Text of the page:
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British MPs debated over efficiency of microfinance
Submitted by mfadmin on Thu, 11/25/2010 - 16:49
Microfinance Focus, November 10, 2010: The All-Party Parliamentary Group (APPG) on Microfinance hosted a debate attended by cross-party group of British MPs to discuss the effectiveness of microfinance in eradicating poverty at the House of Commons, London.
The APPG invited a panel of eminent speakers to discuss this critical issue and debate the question: Is Microfinance an Effective Tool for Helping Eradicate Poverty? The panel of debaters was composed of two teams with Dr Martin Greely from the Institute of Development Studies and Tom Sanderson, Director of Five Talents UK debating in support of microfinance and Dr Milford Bateman from the Overseas Development Institute and Professor Malcolm Harper, Cranfield School of Management, arguing against the motion.
Almost 100 members of the public, including members of the Houses of Parliament, academics, private investors, representatives of international organisations and microfinance institutions, attended the debate.
At the end of the event, the vast majority voted in support of microfinance as an effective tool or helping eradicate poverty. However, the opposing team also made very strong arguments which have challenged the APPG to push for better evidence about what works and how to deliver microfinance that has a lasting impact on the poor. It was clear from both sides that microfinance now has many different guises and the APPG therefore needs to do further work to identify which types of microfinance are effective for helping to alleviate poverty and warrant further support from the UK Government and other donors.
Arguments in favour
The microfinance sector (MF) sector is thriving and healthy. There would not be such a high demand (e.g. 10-20 million borrowers in Bangladesh and similar numbers in India) if MF didn’t work or had something fundamentally wrong with it. Initial public offerings (IPOs) show MF is working and successful IPOs are a testament to Microfinance Institutions (MFIs) becoming sustainable institutions.
MF is now a diverse, well-developed sector with different players and different models. There is increasing recognition that there are different beasts operating under the name of MF. It is important to recognise the diversity of practice. If an MFI is concerned with poverty reduction, it has to move with purpose and have a theory of change about how to reduce poverty.
There are two groups of advocates who argue in favour of MF as a tool to alleviate poverty. The first group values MF because it leads to greater financial inclusion and enables more people to access financial markets. This is grounded in the assumption that a stronger financial sector leads to economic growth which in turn leads to poverty reduction. The second group has a different theory of change and values MF because of its direct impact on the household welfare of clients. MF is a significant contributor to the welfare of poor clients.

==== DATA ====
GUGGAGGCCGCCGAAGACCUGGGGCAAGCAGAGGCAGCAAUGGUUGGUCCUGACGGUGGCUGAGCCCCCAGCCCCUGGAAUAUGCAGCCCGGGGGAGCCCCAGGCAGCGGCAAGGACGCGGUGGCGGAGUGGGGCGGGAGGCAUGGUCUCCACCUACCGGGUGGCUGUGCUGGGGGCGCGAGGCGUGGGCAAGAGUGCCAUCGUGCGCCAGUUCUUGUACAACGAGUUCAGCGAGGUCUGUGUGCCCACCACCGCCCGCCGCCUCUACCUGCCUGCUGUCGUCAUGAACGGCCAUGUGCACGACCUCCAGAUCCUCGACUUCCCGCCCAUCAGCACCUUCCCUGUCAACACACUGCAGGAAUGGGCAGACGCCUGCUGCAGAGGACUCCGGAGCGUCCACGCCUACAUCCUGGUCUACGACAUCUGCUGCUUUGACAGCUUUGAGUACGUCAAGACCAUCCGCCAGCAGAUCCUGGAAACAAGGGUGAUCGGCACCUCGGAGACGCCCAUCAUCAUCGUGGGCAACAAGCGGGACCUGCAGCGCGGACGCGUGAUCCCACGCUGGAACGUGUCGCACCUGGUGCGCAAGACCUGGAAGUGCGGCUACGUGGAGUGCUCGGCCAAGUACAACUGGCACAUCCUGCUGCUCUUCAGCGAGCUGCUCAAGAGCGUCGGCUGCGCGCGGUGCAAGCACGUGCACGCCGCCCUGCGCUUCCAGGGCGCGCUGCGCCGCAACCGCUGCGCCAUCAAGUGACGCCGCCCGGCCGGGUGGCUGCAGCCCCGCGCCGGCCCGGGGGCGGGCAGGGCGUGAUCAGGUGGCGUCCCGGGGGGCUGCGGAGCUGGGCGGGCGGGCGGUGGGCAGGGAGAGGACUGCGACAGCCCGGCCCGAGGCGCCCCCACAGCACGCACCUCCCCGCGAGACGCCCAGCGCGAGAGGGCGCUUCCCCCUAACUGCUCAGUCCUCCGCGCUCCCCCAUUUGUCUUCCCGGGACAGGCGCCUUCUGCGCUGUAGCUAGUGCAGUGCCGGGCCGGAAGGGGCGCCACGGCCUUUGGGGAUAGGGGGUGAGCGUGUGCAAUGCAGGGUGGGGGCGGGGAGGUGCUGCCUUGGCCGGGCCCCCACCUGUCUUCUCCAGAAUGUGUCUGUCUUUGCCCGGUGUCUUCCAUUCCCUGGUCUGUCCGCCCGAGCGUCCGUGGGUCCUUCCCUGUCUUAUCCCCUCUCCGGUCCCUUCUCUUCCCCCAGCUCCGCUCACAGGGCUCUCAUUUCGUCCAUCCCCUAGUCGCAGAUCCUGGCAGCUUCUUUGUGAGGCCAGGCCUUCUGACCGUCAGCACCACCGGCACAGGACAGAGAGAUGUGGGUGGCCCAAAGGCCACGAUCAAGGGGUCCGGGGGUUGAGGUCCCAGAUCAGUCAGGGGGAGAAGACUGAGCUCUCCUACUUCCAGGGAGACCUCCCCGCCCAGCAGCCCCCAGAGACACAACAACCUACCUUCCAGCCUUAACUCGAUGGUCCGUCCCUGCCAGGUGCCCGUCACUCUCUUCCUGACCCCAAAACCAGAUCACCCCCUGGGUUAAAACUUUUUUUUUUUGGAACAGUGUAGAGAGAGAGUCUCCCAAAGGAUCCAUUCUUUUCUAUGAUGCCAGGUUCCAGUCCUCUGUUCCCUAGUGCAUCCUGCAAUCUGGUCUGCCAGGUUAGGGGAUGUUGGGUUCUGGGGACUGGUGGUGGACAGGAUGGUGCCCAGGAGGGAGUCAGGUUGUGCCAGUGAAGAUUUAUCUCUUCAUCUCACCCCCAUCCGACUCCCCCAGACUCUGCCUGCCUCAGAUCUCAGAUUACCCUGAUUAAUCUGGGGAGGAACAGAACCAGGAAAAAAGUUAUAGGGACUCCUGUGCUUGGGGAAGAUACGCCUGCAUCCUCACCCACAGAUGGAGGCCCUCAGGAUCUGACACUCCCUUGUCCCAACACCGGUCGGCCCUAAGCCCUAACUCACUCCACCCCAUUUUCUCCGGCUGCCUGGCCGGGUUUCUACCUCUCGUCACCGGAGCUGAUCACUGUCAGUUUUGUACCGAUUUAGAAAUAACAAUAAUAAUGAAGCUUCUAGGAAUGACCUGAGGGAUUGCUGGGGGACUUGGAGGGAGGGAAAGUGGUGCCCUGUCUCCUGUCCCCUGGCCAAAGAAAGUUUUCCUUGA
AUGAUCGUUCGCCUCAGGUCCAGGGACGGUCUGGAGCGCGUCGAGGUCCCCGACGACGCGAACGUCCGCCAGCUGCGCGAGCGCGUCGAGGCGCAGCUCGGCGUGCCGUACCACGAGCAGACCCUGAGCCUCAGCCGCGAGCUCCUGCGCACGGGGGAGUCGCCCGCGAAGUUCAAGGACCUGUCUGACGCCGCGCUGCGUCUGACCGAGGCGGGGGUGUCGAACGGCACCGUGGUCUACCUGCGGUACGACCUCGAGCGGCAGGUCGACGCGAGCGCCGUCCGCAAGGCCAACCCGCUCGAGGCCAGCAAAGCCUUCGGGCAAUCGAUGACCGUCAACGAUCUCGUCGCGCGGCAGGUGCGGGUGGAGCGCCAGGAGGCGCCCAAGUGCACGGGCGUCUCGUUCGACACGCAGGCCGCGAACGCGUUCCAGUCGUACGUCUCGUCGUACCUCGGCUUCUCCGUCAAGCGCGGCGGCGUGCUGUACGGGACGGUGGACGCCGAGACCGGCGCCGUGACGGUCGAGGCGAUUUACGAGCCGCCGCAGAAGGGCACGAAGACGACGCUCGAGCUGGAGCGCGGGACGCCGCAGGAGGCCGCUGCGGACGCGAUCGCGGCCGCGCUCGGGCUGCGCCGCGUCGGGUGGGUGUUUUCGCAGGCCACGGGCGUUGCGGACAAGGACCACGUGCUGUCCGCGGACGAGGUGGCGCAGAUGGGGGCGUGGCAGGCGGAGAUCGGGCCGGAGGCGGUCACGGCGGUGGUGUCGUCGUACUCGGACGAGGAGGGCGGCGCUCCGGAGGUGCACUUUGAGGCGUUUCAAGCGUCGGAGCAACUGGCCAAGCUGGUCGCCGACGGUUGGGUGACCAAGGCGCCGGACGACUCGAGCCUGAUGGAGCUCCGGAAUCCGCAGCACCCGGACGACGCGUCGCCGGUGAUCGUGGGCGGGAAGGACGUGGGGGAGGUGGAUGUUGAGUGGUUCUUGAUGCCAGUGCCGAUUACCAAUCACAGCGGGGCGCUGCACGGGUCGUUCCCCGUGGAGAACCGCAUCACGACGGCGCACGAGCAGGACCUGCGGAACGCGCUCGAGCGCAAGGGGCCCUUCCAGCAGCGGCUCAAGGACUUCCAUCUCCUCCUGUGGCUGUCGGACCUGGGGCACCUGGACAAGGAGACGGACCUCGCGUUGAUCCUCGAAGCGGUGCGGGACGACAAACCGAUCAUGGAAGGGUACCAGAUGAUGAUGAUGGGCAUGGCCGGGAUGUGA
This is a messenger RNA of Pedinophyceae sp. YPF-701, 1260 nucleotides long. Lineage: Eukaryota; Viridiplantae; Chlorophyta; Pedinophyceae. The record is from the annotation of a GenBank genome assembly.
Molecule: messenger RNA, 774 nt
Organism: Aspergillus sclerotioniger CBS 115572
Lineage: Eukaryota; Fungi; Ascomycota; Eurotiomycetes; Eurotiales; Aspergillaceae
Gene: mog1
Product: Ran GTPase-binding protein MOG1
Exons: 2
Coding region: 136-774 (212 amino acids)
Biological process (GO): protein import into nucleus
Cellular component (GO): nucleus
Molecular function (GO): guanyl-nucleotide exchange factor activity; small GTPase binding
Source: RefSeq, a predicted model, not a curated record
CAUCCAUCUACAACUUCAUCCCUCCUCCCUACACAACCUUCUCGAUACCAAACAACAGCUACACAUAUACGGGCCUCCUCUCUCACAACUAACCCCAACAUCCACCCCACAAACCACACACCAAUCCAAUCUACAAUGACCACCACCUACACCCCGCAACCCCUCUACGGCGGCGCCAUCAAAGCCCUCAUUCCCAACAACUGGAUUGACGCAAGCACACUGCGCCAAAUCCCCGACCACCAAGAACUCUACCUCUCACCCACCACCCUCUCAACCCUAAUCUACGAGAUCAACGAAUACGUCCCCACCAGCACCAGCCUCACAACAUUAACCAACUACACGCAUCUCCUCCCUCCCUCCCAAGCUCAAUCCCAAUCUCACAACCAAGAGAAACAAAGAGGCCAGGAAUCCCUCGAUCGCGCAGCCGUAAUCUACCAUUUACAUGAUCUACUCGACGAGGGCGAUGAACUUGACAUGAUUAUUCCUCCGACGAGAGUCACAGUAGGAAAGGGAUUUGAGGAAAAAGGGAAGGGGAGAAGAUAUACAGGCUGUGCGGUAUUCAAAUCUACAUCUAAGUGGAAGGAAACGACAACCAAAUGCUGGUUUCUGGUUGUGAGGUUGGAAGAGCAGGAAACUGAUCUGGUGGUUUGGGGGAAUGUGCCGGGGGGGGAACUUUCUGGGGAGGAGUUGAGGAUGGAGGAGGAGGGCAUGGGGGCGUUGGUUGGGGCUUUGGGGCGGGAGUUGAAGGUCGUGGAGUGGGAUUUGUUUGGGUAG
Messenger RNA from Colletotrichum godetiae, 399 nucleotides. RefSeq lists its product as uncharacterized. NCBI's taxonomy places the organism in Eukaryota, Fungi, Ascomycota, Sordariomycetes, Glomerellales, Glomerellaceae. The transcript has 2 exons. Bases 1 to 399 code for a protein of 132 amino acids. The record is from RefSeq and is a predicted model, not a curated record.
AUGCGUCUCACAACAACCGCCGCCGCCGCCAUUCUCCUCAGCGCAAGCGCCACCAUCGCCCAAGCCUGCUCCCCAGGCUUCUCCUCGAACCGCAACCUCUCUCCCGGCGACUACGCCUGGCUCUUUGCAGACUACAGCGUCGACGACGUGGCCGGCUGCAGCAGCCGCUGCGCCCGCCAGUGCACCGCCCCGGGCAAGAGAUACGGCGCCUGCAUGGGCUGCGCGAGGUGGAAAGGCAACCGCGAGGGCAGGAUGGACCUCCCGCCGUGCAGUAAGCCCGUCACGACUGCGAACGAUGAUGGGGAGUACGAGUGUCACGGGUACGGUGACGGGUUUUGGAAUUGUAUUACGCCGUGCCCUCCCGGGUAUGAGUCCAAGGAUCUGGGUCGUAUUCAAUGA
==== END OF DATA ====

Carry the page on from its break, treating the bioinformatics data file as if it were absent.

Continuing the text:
The original concept of MF is the right one but has got obscured. Muhammad Yunus, the original pioneer of MF is critical of some of the developments in the field, especially the superprofits made from privatising MFIs. This is inconsistent with the original mission of MF. The original pioneers of MF weren’t concerned with sustainability but with what kind of interventions would benefit households of clients.
A major concern for many MFIs is gaining access to money markets for growth – access requires good financial performance and financial sustainability. The MF agenda has been hijacked by those who are focused on access to financial services and extending scope of financial markets through MFIs. They have little to say about the direct impact of MF on welfare of clients.
There has been a related shift from donor to private finding of MF activities with a focus on the sustainability of MFIs rather than the impact of MF programmes on welfare. For example, DFID (Department for International Development) locates its MF work within private sector development.
If an MFI isn’t sustainable it won’t be able to serve poor clients well. However, a focus on sustainability should not be to the exclusion of concerns for poverty outreach.
The World Bank and others have done studies e.g. Financial Diaries, Portfolios of the Poor, showing that poor people can, want and do save money. They want to move money, borrow money to invest or to pay for consumption purposes and some want to insure themselves against certain risks.
People in the United Kingdom would struggle without such services and the same is true for the very poor.
Evidence from a 5-year research programme ‘Money with a mission’ showed a positive impact of MF in many areas of household welfare e.g. increased income, improved earning patterns, consumption smoothing, building of assets, greater esteem and empowerment of clients and greater capacity to cope with crises.
There are many powerful stories which show how MF has impacted people’s lives. These are important for grounding theoretical discussions of MF. Yunus and the Grameen Bank didn’t win the Nobel Peace Prize from making profit but because of the evidence that MF has had an impact on poverty alleviation.